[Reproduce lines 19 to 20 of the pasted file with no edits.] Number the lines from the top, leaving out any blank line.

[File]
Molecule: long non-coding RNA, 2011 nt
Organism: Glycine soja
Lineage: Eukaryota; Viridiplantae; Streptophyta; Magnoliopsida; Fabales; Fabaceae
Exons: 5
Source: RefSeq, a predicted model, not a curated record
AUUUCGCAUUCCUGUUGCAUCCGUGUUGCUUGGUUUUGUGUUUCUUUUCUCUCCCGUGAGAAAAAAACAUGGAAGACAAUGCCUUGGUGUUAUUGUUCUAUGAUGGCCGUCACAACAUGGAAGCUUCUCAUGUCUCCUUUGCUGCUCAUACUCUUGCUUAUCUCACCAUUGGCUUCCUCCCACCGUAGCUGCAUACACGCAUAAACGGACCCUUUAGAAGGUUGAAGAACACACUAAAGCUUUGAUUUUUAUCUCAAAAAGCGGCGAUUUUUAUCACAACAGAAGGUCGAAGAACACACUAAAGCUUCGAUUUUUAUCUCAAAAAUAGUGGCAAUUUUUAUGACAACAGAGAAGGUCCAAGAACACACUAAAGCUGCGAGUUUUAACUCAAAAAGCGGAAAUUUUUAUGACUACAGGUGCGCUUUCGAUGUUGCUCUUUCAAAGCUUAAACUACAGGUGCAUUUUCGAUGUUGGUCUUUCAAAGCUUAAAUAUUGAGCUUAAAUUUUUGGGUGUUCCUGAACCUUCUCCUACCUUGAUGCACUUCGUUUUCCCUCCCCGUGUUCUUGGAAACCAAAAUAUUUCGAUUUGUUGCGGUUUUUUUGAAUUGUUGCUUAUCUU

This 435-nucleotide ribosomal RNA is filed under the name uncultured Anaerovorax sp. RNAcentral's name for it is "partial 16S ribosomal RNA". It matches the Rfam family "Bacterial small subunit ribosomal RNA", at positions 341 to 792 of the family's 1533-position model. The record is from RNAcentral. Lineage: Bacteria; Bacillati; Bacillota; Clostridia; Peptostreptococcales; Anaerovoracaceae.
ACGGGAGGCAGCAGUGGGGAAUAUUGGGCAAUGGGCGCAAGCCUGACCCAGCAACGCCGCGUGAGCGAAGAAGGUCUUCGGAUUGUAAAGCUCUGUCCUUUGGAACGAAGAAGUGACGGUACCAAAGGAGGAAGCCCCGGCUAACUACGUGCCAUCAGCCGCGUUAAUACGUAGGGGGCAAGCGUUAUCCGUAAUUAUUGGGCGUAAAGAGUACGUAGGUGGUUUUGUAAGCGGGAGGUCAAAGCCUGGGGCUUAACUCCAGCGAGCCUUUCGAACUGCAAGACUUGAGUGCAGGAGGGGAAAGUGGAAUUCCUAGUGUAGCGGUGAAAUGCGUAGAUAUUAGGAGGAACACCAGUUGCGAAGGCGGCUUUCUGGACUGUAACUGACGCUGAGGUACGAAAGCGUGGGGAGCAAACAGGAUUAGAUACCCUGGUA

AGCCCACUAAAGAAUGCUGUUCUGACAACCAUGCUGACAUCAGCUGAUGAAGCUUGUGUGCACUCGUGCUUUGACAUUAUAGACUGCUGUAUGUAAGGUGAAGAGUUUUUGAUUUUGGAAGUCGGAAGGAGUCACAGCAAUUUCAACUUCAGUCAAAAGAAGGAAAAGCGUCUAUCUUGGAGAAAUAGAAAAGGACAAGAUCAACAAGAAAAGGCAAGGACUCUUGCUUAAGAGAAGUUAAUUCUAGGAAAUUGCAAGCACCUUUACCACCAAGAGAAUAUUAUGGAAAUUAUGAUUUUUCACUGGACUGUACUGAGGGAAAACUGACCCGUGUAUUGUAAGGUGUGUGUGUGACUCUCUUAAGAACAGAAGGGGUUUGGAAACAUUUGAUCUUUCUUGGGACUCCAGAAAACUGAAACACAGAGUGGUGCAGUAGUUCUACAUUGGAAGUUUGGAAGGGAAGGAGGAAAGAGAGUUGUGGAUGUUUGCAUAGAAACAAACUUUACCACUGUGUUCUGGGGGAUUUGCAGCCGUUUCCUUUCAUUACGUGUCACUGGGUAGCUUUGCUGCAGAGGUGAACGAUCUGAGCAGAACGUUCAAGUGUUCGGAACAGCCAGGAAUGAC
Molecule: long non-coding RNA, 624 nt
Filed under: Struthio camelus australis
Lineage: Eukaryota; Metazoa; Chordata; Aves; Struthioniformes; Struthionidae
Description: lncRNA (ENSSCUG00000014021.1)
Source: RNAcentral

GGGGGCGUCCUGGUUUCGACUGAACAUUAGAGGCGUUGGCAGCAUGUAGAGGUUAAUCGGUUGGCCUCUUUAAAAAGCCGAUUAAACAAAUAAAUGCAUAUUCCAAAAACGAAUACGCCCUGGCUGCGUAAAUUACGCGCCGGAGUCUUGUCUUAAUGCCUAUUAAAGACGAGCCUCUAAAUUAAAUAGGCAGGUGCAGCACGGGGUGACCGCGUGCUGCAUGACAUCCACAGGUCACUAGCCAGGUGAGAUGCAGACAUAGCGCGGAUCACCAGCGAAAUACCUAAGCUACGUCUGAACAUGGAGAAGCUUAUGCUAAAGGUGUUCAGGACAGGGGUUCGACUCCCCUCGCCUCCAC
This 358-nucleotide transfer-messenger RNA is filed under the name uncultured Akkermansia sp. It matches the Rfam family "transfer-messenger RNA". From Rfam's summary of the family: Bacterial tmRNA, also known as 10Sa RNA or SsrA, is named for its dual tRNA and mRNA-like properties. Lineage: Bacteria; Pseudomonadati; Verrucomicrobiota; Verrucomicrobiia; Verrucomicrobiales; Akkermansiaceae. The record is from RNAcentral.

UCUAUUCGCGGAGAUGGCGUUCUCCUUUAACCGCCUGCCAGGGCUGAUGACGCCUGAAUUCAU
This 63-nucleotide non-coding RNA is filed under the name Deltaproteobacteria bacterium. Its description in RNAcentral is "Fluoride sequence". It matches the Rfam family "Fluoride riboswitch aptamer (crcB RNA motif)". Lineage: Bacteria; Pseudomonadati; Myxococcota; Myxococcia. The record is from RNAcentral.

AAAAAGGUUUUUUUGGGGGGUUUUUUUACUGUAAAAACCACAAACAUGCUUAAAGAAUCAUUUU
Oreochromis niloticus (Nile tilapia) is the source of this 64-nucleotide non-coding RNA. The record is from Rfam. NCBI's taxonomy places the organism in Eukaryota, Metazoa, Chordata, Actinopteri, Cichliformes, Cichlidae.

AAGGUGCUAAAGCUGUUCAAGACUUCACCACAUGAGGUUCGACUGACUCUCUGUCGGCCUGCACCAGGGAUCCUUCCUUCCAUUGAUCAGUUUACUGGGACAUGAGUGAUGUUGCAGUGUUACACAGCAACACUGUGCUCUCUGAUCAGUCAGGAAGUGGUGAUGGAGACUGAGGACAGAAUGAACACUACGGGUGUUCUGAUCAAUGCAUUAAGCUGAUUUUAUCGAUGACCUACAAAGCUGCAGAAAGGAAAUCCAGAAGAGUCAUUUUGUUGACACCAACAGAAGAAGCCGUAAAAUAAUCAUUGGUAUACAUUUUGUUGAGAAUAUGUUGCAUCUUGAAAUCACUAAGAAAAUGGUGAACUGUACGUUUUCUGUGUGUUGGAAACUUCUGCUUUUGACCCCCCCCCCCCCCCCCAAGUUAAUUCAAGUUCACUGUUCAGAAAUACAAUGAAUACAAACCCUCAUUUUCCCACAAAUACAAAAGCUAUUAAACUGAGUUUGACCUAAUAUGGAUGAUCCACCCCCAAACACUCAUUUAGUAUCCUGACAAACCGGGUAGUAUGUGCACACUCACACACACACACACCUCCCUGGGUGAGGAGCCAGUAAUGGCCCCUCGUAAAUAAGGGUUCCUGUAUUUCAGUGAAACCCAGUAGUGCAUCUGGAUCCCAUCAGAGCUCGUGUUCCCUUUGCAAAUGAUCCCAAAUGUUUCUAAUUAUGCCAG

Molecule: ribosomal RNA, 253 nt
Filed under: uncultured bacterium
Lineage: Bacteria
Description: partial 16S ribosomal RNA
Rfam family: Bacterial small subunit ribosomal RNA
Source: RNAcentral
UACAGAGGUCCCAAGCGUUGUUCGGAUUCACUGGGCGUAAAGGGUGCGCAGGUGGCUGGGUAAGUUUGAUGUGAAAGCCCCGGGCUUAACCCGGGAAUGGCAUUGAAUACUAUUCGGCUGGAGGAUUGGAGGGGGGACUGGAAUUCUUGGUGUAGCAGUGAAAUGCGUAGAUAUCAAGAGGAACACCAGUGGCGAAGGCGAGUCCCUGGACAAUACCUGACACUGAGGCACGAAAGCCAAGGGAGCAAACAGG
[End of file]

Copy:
AAAAAGGUUUUUUUGGGGGGUUUUUUUACUGUAAAAACCACAAACAUGCUUAAAGAAUCAUUUU
Oreochromis niloticus (Nile tilapia) is the source of this 64-nucleotide non-coding RNA. The record is from Rfam. NCBI's taxonomy places the organism in Eukaryota, Metazoa, Chordata, Actinopteri, Cichliformes, Cichlidae.